If you enjoyed reading Sara Dane and would like to know more about female convict life in Australia, there is no better place to visit than the The Cascades Female Factory in Tasmania.
The Cascades Female Factory is Australia’s most significant historic site associated with female convicts. It is located in the shadow of Mount Wellington, a short distance from Hobart’s city centre.
The Cascades Female Factory was a self-contained, purpose-built institution intended to reform female convicts. Inmates provided laundry and needlework services, offsetting some of the Colony’s penal costs.
Thousands of women and children were imprisoned here, and many never left. Visiting the site can be both emotional and rewarding, creating a connection with the stories of female convicts in Australia and their children – stories that are often tragic, but that also inspire hope and resilience.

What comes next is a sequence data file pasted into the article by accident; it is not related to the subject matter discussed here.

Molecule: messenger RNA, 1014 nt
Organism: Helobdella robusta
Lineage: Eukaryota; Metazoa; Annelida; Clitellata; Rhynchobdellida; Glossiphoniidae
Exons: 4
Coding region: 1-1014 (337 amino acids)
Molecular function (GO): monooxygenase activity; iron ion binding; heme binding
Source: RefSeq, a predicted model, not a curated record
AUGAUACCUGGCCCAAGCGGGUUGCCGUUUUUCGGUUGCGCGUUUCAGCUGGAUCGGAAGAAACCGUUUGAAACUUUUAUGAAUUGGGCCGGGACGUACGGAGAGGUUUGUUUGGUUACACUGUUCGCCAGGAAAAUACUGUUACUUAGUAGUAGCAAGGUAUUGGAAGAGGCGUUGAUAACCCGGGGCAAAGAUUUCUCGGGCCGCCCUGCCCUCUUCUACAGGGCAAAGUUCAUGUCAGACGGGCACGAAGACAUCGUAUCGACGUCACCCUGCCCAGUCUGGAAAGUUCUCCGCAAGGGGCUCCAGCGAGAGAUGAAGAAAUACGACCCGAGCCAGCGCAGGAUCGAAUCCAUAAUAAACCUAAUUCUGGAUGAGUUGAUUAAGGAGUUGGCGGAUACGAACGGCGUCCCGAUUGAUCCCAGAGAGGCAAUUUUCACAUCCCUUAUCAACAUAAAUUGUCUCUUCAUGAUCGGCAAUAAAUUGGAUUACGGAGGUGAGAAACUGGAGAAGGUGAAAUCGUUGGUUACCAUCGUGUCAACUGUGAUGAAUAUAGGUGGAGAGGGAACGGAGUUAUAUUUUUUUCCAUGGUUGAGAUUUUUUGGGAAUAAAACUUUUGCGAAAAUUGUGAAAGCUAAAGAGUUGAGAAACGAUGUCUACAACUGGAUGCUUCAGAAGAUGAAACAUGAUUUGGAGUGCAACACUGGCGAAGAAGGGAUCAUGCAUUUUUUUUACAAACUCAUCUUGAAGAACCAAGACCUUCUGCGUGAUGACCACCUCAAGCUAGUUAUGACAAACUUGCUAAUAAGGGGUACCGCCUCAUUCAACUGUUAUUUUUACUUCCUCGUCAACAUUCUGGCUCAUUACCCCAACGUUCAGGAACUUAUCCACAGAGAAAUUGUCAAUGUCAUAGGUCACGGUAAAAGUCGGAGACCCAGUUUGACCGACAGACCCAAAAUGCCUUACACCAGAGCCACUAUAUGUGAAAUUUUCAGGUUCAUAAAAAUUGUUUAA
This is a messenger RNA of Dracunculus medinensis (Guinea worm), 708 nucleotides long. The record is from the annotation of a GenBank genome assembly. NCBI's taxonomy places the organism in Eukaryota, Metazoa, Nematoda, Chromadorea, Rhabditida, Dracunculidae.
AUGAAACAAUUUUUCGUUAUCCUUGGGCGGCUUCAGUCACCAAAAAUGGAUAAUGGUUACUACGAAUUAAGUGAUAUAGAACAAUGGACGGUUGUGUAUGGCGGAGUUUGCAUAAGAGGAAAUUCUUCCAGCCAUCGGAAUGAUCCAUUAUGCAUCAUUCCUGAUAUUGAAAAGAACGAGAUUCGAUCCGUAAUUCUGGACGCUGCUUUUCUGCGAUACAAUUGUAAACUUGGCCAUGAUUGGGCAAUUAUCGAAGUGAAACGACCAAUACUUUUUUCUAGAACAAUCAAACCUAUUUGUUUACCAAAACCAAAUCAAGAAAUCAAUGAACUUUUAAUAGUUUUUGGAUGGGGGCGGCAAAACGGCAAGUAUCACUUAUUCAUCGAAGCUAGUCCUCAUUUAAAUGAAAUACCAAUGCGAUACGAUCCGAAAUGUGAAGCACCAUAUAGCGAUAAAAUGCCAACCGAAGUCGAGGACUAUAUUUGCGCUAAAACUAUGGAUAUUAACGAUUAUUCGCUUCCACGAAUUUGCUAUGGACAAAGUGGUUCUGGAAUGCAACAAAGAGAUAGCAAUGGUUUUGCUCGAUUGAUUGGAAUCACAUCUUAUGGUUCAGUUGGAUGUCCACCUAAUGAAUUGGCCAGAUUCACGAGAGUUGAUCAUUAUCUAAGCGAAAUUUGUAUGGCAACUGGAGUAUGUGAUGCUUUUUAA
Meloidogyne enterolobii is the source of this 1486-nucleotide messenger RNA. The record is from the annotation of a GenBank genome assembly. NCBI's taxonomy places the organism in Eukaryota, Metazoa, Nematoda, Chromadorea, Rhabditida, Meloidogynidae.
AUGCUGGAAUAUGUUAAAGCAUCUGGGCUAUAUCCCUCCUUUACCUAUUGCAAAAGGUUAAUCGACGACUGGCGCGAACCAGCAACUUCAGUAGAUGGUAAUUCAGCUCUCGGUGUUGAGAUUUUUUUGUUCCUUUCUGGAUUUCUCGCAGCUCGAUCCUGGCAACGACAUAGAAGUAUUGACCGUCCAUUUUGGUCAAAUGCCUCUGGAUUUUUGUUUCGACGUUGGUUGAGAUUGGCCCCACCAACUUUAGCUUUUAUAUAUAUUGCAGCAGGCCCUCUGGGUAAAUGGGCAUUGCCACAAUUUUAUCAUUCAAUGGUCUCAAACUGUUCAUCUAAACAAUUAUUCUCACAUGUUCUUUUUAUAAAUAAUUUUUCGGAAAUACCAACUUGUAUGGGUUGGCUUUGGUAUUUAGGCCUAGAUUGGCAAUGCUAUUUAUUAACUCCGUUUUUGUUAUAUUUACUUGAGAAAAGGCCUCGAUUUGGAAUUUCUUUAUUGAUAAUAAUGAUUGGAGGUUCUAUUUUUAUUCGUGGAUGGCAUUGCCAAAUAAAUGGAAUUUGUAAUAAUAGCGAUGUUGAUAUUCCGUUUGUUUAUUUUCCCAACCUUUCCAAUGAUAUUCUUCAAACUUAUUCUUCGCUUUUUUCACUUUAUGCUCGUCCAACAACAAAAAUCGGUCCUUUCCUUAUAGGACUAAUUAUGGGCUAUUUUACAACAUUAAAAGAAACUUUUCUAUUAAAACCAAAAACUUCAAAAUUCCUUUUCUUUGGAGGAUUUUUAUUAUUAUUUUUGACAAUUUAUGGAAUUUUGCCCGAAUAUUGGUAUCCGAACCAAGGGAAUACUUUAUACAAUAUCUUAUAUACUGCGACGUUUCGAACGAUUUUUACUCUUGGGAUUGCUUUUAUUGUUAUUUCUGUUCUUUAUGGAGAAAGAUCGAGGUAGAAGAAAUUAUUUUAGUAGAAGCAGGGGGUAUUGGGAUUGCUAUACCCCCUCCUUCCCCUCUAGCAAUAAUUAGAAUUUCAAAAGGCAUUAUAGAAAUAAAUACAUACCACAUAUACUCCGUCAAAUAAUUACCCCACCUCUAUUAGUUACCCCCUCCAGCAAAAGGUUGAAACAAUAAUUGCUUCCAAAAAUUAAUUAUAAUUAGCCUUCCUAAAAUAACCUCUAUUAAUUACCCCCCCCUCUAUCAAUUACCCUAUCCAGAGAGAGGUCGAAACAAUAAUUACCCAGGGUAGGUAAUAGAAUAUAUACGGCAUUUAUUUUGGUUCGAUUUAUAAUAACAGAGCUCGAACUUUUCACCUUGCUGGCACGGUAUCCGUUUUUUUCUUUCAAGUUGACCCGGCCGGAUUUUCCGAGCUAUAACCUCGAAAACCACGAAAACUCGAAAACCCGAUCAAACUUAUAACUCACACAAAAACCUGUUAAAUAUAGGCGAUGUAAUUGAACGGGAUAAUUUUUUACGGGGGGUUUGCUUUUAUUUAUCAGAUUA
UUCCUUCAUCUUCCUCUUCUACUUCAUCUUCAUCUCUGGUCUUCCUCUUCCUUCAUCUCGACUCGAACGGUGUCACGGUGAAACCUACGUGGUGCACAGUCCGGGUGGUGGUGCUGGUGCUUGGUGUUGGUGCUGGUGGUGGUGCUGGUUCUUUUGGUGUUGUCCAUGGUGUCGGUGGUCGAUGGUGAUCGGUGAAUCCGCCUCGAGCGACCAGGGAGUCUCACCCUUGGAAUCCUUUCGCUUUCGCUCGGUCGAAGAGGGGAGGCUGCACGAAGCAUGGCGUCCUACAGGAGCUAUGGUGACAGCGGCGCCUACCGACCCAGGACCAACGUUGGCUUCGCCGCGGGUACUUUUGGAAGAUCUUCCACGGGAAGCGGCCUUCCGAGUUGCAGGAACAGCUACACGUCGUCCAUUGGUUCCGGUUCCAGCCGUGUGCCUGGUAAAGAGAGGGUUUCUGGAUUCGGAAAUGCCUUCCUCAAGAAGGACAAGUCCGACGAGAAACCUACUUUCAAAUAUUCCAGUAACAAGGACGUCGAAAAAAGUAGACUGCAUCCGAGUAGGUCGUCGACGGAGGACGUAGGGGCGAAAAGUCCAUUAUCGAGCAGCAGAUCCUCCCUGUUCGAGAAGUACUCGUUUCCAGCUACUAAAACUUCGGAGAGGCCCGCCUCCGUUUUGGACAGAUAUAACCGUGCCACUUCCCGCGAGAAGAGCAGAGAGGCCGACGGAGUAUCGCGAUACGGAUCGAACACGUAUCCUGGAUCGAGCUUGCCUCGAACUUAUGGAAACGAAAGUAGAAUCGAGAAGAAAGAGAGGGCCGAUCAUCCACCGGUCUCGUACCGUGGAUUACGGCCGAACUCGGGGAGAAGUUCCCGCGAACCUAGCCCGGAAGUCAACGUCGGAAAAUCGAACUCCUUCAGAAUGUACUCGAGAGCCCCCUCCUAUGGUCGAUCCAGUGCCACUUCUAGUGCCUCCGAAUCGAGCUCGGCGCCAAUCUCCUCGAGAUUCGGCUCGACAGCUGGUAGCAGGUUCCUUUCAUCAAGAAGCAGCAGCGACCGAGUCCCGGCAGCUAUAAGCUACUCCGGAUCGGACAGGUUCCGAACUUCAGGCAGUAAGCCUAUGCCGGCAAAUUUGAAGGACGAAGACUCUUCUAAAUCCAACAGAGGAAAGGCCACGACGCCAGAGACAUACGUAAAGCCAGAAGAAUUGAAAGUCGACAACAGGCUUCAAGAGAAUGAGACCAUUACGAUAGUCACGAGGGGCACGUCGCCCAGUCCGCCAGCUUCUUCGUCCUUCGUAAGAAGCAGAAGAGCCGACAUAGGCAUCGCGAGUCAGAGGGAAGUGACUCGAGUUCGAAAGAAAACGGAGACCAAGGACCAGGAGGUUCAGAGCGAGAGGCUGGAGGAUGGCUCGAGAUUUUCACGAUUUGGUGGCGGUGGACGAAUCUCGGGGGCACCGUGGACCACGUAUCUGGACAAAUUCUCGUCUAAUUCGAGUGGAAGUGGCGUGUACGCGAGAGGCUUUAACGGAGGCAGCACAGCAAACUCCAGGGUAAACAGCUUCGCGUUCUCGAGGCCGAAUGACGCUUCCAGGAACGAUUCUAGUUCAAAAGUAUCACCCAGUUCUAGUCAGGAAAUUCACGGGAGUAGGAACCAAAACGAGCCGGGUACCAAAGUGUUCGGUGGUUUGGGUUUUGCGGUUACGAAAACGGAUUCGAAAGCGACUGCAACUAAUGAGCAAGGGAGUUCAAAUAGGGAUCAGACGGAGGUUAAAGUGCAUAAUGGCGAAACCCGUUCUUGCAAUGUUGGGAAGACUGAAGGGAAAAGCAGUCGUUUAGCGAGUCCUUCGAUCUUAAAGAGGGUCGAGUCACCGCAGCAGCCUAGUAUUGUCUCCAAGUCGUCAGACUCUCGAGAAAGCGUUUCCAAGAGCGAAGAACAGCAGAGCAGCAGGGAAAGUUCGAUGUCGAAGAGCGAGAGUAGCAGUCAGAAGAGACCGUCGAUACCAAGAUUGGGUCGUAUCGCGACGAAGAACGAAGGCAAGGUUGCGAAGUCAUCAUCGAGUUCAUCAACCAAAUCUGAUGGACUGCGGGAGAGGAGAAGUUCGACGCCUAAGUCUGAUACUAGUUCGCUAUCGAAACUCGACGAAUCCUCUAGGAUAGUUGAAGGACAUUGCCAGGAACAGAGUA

From 1828 to 1856, the Cascades Female Factory operated as an institution intended to reform female convicts, some as young as 11. More than 5000 female convicts are known to have spent time here. Women were incarcerated here as punishment, to be reformed, or while waiting to be assigned. With staff, women and babies, up to 1000 people lived here at any one time.
The Cascades Female Factory was originally established on the site of a failed distillery that was adapted and gradually expanded to comprise five adjacent, rectangular walled yards. After 1856, the site was used for a variety of institutional purposes before being sold in 1904 and subdivided.
The Cascades Female Factory Historic Site is managed by the Port Arthur Historic Site Management Authority.
For more information contact:
Cascades Female Factory Historic Site
16 Degraves Street, South Hobart,
Telephone +61 (0)3 6233 6656